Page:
When People Don’t Finish Their Thoughts…

Photo credit: Tartantastic

Remember those “choose your own adventure” books that were really popular back in the 80s and 90s? I think maybe they’ve made a comeback now, too, because my kids know about them. I despised those books as a kid, scoffing at them as poor quality literature even while not knowing that’s what I was doing. I don’t read books to create my own ending, I would think to myself. I read the book so the characters in the book can tell me their story and show me how it ends. The end of the story is supposed to show me where the meaning and gravitas of the whole narrative really lay. I would rather, both then as a child and now as an adult, encounter a heartbreaking or absurd end to a story than being told I have to decide how it’s going to end. I think it puts an unfair amount of responsibility on me….I’ve hung with the characters through their adventures and struggle and suddenly I”m told that I have to carry their fate in my hands? What if I pick the wrong ending? I don’t want to play God with anyone’s life. And anyway, doesn’t having multiple possibilities to end the story make the bulk of the story meaningless in the first place?

As much as I hate “choose your own adventure” stories, I even more so hate the stories that leave you hanging, ending abruptly, without any closure or solid understanding of what just happened. I mainly hate these because they resemble so many of our stories in real life….where things that you thought were solid and going somewhere suddenly derail with little warning…and you can see no path forward, no way to tidily wrap up what happened, and you’re left once again to try and find meaning in all of it or resign yourself to the belief that maybe it was all just a bunch of random experiences strung together that didn’t ultimately mean anything at all. That’s the absolute worst thing that can happen to anyone in life, I think. When you live through something…maybe that you completely invested your heart and soul into….and then without warning a sinkhole opens up beneath you and you are swallowed into a black abyss of “did any of that matter or mean anything at all?”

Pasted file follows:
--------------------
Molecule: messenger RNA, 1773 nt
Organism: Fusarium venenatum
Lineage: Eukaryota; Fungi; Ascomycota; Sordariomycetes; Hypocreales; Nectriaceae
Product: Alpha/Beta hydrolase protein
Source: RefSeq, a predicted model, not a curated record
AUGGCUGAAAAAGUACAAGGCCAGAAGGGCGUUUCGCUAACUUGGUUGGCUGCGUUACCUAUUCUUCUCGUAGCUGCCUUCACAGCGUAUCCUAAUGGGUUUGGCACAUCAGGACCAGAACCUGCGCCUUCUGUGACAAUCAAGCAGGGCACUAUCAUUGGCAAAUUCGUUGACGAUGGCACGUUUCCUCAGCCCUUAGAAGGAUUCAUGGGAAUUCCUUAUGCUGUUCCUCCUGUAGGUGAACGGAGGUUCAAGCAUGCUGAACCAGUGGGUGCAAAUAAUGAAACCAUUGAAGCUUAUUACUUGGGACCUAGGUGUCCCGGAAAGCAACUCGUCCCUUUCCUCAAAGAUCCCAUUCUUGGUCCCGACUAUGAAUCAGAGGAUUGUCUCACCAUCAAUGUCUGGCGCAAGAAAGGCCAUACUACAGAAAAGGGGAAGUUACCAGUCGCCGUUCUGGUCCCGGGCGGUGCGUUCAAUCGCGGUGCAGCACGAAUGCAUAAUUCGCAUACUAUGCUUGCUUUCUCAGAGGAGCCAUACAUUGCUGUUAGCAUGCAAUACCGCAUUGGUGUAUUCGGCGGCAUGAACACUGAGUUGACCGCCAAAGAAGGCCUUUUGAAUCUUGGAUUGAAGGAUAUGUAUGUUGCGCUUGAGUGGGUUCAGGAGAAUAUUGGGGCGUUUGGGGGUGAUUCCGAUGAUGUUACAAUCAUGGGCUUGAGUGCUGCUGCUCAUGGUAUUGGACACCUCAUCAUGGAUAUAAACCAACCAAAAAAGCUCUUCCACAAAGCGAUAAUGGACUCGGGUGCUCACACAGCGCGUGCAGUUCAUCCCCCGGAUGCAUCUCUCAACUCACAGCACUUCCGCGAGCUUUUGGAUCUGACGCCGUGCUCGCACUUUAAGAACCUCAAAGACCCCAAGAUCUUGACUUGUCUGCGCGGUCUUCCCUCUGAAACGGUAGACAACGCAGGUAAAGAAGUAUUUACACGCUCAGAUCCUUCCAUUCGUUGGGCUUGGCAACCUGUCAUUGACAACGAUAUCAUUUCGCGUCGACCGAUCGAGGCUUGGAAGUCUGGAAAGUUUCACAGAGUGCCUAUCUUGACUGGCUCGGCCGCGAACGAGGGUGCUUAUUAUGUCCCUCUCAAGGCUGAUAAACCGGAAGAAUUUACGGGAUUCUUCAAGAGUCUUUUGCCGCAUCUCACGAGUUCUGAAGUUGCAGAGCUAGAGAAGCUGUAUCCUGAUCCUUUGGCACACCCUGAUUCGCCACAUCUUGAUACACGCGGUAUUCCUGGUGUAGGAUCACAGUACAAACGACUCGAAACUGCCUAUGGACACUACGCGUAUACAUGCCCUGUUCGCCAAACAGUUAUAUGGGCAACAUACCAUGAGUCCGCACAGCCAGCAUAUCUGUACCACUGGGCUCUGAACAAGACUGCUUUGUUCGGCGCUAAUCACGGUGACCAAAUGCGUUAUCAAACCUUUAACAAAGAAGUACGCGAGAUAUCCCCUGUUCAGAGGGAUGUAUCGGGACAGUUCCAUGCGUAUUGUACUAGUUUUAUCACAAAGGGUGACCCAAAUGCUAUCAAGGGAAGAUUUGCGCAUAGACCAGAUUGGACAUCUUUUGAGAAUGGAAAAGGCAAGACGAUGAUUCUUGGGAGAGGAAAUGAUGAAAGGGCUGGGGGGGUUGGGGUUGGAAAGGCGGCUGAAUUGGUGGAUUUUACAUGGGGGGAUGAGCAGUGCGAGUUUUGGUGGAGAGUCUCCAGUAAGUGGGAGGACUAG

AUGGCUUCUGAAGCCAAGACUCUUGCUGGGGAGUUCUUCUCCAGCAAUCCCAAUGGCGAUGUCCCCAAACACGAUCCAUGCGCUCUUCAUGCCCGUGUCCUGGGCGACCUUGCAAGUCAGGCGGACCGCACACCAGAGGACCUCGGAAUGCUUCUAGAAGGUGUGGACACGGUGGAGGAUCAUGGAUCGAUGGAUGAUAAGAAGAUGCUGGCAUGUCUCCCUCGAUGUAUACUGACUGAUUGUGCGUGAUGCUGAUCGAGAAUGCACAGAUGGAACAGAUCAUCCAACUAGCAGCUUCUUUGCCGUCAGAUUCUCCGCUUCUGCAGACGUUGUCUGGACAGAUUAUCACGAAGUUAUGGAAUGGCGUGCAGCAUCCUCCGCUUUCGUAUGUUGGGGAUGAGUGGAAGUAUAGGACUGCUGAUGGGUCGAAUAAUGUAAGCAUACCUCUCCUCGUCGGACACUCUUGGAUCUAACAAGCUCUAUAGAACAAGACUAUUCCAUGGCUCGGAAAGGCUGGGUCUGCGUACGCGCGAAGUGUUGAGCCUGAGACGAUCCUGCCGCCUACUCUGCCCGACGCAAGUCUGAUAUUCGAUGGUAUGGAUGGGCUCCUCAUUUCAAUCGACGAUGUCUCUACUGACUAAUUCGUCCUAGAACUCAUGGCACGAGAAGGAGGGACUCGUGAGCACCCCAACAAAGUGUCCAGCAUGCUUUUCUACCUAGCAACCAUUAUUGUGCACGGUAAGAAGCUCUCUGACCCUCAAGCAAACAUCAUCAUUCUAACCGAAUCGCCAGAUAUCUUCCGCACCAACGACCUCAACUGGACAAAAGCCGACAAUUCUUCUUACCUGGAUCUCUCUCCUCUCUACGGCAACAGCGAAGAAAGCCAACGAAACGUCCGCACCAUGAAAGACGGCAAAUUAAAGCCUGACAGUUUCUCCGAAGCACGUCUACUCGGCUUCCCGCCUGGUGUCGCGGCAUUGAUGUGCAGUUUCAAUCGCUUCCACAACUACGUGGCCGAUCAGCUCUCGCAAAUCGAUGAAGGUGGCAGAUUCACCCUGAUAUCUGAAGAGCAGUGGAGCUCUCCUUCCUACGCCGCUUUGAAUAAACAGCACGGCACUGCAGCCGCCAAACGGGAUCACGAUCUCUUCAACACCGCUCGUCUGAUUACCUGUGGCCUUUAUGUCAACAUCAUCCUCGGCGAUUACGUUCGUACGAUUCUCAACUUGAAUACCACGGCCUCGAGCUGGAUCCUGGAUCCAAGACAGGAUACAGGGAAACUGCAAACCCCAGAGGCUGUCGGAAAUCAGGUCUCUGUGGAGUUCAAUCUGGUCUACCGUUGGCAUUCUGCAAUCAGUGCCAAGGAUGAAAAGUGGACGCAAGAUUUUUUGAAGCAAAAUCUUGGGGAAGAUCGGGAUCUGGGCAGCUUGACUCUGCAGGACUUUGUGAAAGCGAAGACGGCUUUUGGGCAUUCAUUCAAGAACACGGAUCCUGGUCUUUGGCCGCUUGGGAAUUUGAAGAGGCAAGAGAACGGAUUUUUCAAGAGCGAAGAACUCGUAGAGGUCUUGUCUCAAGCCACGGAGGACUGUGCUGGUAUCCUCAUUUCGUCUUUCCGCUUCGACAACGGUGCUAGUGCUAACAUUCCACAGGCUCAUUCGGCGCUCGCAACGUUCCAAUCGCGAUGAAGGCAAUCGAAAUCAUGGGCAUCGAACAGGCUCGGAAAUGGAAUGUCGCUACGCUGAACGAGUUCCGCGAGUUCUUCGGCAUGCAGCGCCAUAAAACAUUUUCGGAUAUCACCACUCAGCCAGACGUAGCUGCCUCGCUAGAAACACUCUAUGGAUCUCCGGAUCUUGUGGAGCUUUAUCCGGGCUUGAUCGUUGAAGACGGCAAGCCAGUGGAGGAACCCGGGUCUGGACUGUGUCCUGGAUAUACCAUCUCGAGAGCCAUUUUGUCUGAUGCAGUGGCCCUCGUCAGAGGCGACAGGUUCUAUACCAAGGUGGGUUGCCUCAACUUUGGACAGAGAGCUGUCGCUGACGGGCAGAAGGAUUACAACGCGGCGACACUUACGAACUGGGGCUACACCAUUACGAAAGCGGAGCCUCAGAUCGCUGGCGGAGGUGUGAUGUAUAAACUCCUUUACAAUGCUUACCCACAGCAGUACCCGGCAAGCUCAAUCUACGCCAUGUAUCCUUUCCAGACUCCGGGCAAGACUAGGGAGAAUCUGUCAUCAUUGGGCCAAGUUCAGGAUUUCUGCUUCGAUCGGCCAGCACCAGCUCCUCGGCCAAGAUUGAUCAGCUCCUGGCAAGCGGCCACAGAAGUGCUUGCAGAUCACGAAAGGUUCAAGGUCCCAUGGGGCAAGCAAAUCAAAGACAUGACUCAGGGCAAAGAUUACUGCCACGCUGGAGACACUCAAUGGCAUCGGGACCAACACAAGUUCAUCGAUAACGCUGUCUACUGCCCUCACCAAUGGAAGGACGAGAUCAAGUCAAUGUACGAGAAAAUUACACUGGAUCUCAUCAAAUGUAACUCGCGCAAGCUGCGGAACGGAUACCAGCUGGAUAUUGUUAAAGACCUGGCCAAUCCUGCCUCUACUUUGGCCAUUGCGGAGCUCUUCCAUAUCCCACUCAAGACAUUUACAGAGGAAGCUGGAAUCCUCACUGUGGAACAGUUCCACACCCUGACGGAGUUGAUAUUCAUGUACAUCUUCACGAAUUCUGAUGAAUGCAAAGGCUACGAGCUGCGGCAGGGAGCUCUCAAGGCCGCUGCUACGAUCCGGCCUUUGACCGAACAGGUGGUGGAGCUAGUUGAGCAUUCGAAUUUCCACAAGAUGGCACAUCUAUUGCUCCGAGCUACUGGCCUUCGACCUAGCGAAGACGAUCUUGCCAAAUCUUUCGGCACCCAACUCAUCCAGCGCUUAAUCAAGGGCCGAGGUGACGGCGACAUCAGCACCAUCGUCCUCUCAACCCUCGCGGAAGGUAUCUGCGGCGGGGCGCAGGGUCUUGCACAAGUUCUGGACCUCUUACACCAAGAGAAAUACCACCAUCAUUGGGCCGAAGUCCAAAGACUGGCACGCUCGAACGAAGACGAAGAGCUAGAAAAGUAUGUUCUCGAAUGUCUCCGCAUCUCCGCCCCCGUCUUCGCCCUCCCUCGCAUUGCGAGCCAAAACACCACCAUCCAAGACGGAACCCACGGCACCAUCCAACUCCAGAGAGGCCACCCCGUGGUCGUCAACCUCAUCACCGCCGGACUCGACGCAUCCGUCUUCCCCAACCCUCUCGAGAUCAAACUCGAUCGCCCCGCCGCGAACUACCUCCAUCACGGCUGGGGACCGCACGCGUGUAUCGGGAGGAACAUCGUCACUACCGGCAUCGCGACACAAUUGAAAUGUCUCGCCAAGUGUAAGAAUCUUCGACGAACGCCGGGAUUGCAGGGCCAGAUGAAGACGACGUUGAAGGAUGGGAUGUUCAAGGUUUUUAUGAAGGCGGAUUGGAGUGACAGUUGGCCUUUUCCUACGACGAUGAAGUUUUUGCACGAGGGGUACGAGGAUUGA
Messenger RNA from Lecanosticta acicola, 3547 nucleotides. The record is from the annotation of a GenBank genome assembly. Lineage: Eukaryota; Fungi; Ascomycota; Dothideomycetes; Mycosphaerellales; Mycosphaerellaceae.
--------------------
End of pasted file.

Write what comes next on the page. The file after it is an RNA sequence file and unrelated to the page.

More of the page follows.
***********************************************************************************************************************

I”ve had multiple people pass through my life who are terrible about not being able to finish their spoken thoughts. Some of these people couldn’t finish a thought out loud about the most mundane or trite thing (ahem…my ex husband), while others could speak eloquently about the minutiae and superficial of life….but once the conversation went deep or became difficult….out came the dangling thoughts that went nowhere and left me grasping to understand what was being said. Some people will do this, having a complete thought ready to go in their brain…and then either can’t complete it for you out loud because they refuse to or because, I think, the finality of speaking their deepest selves out into the world scares the hell out of them. Some words, once released, can’t so easily be retracted…and the vulnerability that comes with that is too much for some people to bear.

At other times, people can’t finish their thoughts because inside their brains, the thought is tangled and rambling and can’t be laid out clearly into structured sentences. This makes me think of Michael Scott on The Office, with the following meme:

I know I’ve been guilty of this….where my ADHD kicks in, usually while I”m feeling a strong emotion, and I’m trying to express what I”m feeling and thinking but also don’t entirely know what it is at the time….so I just start talking out loud hoping I’ll eventually find my way. You know how some people who are really culturally insensitive will just start talking louder to others who don’t understand English….thinking that words at a staggering volume will suddenly translate meaning across the language divide? I think I do that when I’m emotionally rocked and trying to communicate and it’s clearly not getting received by the listener….so I get louder and louder until I discover I’m hollering and the whole thing has just gone to hell in one moment. Ugh. I so hate this about myself.